Behind The Wheel - Jane Snider Pottery
Jane Snider, based in Ottawa, Ontario is one of The Northern Kiln's top selling artists. Read on to learn about her experience, history and inspiration.
Although I feel like I’ve been working with clay pretty much my whole life, I didn’t actually touch it until I was in university. I liked making stuff and took art courses, including pottery from my first year right through until graduation. After graduation I worked for a fellow graduate who was setting up a pottery studio near my home town. I worked with him part-time for over 4 years in a production/retail facility, eventually setting up my own basement workshop and marketing my work at a weekly farmers’ market. These experiences early on in my career were influential in helping me understand how to make a business out of selling things one makes (something not always taught in a school setting). When I moved to Ottawa, I was confident to set up my own full time pottery business. Not all of the jobs involved in making a living at pottery are fun but for me the variety of tasks required is part of what I love about being self employed.
My inspirations have been varied. Early on, I developed a line of work that was heavily influenced by the early Ontario folk art traditions that surrounded me as a child. I used a slip trail decorative technique that evolved from literal interpretations of folk art (lots of birds and flowers of various sorts) to a more nuanced abstract design using the same technique.
I’ve been fortunate to have a sort of parallel career working together with my husband in East Africa and Asia for a total of 10 years with a non-government organization, primarily working with craftspeople, as a liason between them and North American markets. Obviously those influences are immense in my life in general, but also in my pottery. While we were helping to design new products using local materials in Kenya, advising on colour combinations for silk weavings in Laos, facilitating exchange workshops between Sudanese and Canadian artists, and assisting fledgling businesses to get started, we were always surrounded by rich and varied craft traditions and innovations. It often felt like we were in a field university! Inspiration was everywhere—in the hardworking people we met and in the fascinating material cultures we learned about. We were happy to share many of those stories with folks in Ottawa when we returned from Kenya (with a toddler in tow) to open & manage a fair trade store, which I worked at on a part-time basis for 5 years.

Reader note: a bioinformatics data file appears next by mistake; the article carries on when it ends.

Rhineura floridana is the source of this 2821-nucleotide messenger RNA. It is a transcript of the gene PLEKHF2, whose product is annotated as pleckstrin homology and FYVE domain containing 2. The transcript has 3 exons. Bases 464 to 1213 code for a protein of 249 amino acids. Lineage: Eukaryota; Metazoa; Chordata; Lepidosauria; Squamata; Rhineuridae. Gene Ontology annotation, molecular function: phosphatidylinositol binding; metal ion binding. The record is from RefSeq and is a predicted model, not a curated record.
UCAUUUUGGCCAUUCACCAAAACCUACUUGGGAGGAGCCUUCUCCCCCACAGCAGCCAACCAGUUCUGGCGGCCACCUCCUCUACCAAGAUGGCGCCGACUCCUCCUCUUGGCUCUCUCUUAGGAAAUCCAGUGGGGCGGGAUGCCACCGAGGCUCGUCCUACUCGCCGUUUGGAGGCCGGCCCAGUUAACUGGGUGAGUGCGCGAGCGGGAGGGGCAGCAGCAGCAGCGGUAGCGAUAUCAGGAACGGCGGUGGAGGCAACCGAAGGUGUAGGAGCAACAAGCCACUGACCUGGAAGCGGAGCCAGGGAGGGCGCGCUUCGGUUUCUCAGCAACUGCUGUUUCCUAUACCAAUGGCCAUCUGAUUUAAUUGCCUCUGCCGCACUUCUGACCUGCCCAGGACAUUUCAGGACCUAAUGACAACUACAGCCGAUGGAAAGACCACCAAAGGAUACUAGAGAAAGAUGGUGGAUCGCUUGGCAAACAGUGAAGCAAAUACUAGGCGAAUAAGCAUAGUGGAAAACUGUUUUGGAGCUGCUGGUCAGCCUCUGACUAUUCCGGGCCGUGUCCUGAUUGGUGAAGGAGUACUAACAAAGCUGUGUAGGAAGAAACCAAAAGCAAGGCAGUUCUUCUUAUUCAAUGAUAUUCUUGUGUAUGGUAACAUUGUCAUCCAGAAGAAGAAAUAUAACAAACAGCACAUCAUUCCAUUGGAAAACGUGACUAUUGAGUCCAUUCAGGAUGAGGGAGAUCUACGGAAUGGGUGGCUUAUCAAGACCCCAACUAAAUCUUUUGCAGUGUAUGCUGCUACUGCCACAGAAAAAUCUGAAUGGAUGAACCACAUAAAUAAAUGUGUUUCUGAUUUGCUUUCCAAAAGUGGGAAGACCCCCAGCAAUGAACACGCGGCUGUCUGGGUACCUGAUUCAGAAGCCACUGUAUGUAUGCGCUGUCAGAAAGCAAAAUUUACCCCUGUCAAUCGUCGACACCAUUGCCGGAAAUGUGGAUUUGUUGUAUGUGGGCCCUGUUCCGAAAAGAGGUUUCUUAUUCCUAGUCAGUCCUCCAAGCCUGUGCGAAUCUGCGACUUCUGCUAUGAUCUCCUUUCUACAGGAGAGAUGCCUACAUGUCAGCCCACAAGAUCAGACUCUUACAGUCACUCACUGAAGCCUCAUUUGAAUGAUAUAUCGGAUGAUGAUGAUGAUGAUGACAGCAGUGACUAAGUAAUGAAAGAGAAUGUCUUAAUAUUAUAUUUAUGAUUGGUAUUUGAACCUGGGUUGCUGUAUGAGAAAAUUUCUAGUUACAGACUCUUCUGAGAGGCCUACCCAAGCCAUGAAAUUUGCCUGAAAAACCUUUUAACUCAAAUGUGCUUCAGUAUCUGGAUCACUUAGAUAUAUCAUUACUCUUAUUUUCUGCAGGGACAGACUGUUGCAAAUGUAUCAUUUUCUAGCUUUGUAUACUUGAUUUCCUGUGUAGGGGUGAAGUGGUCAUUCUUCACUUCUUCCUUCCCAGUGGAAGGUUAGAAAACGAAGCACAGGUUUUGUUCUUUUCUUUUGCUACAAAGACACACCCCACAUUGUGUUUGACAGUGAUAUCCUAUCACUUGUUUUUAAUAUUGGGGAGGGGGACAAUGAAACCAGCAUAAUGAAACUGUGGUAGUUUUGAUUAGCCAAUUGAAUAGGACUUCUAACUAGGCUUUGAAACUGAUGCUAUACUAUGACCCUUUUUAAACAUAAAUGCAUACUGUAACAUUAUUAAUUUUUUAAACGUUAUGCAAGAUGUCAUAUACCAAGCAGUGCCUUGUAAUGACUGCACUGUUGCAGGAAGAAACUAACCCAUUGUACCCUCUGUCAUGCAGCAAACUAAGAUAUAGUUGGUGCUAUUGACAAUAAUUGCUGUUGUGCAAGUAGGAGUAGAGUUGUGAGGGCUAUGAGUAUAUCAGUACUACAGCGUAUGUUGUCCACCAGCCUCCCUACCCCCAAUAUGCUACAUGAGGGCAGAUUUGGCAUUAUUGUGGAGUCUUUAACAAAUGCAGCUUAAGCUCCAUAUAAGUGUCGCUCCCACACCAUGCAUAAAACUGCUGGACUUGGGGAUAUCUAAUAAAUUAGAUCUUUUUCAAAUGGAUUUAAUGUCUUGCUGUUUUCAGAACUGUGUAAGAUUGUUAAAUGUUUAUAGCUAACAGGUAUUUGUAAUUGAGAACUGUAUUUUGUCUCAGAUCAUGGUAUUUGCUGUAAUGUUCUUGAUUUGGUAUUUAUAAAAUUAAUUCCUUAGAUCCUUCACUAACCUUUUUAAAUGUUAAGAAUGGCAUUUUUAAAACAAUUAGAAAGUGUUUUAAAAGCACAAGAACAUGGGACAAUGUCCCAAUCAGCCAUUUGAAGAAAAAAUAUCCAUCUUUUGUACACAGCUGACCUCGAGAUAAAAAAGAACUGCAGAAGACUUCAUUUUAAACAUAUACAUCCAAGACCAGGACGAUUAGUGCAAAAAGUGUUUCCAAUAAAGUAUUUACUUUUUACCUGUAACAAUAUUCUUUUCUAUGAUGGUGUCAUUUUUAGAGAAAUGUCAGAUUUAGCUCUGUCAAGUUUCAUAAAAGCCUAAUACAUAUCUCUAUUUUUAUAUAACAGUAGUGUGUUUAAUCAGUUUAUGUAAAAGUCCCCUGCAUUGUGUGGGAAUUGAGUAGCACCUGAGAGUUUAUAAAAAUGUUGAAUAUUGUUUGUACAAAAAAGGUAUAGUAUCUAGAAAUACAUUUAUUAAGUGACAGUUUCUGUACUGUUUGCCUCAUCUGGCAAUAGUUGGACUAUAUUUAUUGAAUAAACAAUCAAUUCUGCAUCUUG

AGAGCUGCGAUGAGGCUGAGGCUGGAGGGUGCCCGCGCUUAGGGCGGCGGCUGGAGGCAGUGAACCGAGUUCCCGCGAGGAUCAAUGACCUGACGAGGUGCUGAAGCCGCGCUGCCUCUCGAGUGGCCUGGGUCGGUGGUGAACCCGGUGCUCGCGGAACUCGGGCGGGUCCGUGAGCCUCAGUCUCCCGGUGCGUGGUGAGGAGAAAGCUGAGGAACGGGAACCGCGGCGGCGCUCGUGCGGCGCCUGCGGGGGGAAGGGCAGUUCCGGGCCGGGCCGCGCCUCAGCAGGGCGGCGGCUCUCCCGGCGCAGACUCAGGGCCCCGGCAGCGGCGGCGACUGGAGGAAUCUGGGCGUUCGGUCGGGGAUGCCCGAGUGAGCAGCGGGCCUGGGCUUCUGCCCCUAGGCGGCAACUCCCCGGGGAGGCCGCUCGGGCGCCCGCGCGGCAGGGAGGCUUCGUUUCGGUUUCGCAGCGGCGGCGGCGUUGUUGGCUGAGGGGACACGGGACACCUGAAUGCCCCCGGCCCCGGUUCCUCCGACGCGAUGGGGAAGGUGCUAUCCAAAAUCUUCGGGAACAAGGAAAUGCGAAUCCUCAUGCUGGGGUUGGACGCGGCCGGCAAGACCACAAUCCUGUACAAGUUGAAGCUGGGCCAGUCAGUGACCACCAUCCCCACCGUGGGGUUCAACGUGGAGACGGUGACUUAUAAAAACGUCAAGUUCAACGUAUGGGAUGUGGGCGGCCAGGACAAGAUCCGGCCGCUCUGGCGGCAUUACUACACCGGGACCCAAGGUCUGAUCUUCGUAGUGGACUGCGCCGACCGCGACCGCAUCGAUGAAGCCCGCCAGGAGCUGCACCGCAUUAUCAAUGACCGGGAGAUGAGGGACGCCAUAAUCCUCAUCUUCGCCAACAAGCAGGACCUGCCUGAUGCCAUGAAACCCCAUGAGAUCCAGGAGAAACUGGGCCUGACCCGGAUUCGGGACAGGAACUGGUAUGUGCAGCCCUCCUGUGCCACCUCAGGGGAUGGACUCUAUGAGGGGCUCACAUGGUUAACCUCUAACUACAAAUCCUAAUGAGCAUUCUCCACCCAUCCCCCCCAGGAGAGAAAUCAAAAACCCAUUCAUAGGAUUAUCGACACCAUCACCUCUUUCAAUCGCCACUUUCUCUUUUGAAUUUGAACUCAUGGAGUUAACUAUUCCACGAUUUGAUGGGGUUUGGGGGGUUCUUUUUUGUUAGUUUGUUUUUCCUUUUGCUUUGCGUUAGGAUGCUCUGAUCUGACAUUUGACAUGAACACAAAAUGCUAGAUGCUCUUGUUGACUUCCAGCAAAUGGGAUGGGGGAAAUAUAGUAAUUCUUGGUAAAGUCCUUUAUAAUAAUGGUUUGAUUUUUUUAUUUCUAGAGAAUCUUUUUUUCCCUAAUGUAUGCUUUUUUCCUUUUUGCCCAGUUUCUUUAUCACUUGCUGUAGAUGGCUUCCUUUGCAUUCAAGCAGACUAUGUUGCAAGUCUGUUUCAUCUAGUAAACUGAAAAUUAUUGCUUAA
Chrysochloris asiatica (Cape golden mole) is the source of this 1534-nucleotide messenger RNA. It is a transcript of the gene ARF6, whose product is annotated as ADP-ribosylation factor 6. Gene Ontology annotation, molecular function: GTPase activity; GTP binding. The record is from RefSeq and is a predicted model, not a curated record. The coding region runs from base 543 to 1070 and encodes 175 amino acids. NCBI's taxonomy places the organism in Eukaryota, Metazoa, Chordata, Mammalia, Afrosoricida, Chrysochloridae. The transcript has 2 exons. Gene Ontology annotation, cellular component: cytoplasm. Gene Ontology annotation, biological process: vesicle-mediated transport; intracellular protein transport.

Working overseas for 3-4 years at a time, then returning to Ottawa for 4-5 years, provided me the opportunity to wind down and start up my pottery business several times. Each time I could look at the creation process with fresh eyes. On one return, I switched from high fire to mid fire, for environmental and economic reasons, which necessitated designing a new body of work, finding a new clay that worked well and developing glazes. When we returned from Laos (which has a very hot climate and has a strong Buddhist history & culture) I added rich red and yellow colours and started making round forms which echoed the alms bowls that monks used.
Recently (since the first pandemic lockdown when I found myself with time to try new things) I started using transfer patterns in my work. The lockdown also offered me the opportunity to finally get a website up and running, and to try lots of new (to me) online platforms to sell my work. While I was happy to be able to do a few in person shows last year and finally see customers again, I really like the flexibility that selling online gives me, so I look forward to a combination in the future.
Do I have a favourite piece of pottery? Definitely not! However, we brought a lot of pots back from East Africa, and those are probably the ones I admire the most. In many ways they are unremarkable, being made as water storage containers, pouring vessels or cooking pots, but they are beautiful in form and aesthetic. I admire them everyday. And of course they remind me of the people who made them. I guess that is my hope for the pots I make as well—that folks who use them can have some appreciation for and link to the making process.